Having completed his course of philosophy, Willie returned to Clongowes in 1901 for another period of prefecting. Here he remained for two years, and he was then transferred to the teaching staff of Belvedere College, Dublin, where he spent a fruitful year of labour. For, as the immediate preparation for the priesthood drew near, zeal for souls that was afterwards to become so strong and ardent, began now to show itself more markedly in his life. He did much good work for the Apostleship of Prayer and for temperance among the boys in Belvedere, with whom he was even more popular than among those he had left behind in Clongowes. The stirring little talks he gave occasionally to his class made an impression which some of his pupils still recall. Especially was he insistent on the spirit of self-sacrifice and on Holy Communion. His attractive character and kindness led many of the boys to give him their confidence and seek help and counsel in their difficulties and doubts; and more than one vocation was discussed and decided at these interviews.
COMMENTS: These words about Fr Doyle are taken from O’Rahilly’s biography of his life. Fr Doyle seems to have been a conscientious and popular teacher in the two Jesuit schools in which he was stationed during his years of formation. He realised that the task of Catholic education is not just to train children for jobs, but to shape and mould their character and to equip them for a future of personal virtue and civic service.
Today is the feast of Blessed Edmund Ignatius Rice, the founder of both the Irish Christian Brothers and the Presentation Brothers, though the feast is not celebrated as it is a Sunday. These congregations were formed to provide a specifically Catholic education for boys during the period immediately after the Penal Laws when there was little or no Catholic schooling in Ireland. Blessed Edmund’s contribution to Irish life is incalculable. Numerous generations of men were educated and formed by those who followed in Blessed Edmund’s footsteps.
Yet one wonders what Edmund makes of things today. The wonderful work of Edmund and his faithful followers has been undermined by a small number of morally corrupt Brothers who damaged the children in their care. The details of this evil are well known. It is hard to imagine a more treacherous repudiation of the legacy of a saintly educator like Edmund.
And yet, this is not Edmund’s fault, nor indeed the fault of the many very loyal and faithful Brothers who continue to serve children with generosity and who still keep Edmund’s legacy alive. We should pray for these faithful disciples of Edmund in both the Presentation and Christian Brothers, and especially pray for vocations. We should also pray for the canonisation of Edmund Rice.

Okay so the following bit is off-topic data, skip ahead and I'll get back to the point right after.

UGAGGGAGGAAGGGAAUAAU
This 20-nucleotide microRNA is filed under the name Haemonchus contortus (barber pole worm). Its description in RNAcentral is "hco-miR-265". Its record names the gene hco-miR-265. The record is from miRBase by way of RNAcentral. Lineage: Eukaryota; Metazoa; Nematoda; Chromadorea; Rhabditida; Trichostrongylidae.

Those disciples of Blessed Edmund who dedicate themselves to Catholic education also need our prayers because of the plans that the Irish Government has in store for Catholic schools in Ireland. I normally avoid contemporary political controversies on this site, but in this instance it is very relevant…It is generally accepted that Ireland has too many Catholic schools for the actual demand that exists. This can have a negative impact on the ethos of these schools. There is wide agreement that some of these schools need to be placed under different patronage, although that is itself a thorny matter – which schools and how many of them?
The Forum on School Patronage issued a report last year which recommended removing a significant number of schools from Catholic patronage. But most seriously, it recommends the subtle, but complete, destruction of all religious schooling in primary schools in Ireland. The report recommends that Catholic schools be open to applicants of all faiths, and that no denominational prayers be said in school if those of other faiths are enrolled in the school; that the religious symbols of all students be displayed in the school (this is impossible in a Catholic school) and that the school ethos not be allowed to permeate the school day. Remember – these recommendations would apply to the remaining “Catholic” schools. Perversely, in the name of diversity, these initiatives would destroy all diversity.
It is unlikely that these recommendations would be implemented. But perhaps they are so deliberately extreme so that the inevitable compromise would still result in a massive loss of freedom for Catholic schooling.
A scenario where Ireland, now politically free, would essentially eviscerate all Catholic primary schools would surely strike both Fr Doyle and Blessed Edmund as utterly bizarre. We should pray today for Catholic education and educators everywhere, but especially here in Ireland.
We shall conclude today with some appropriate consoling words from Blessed Edmund Rice:
Be intent on prayer and whatever may happen will turn to our good.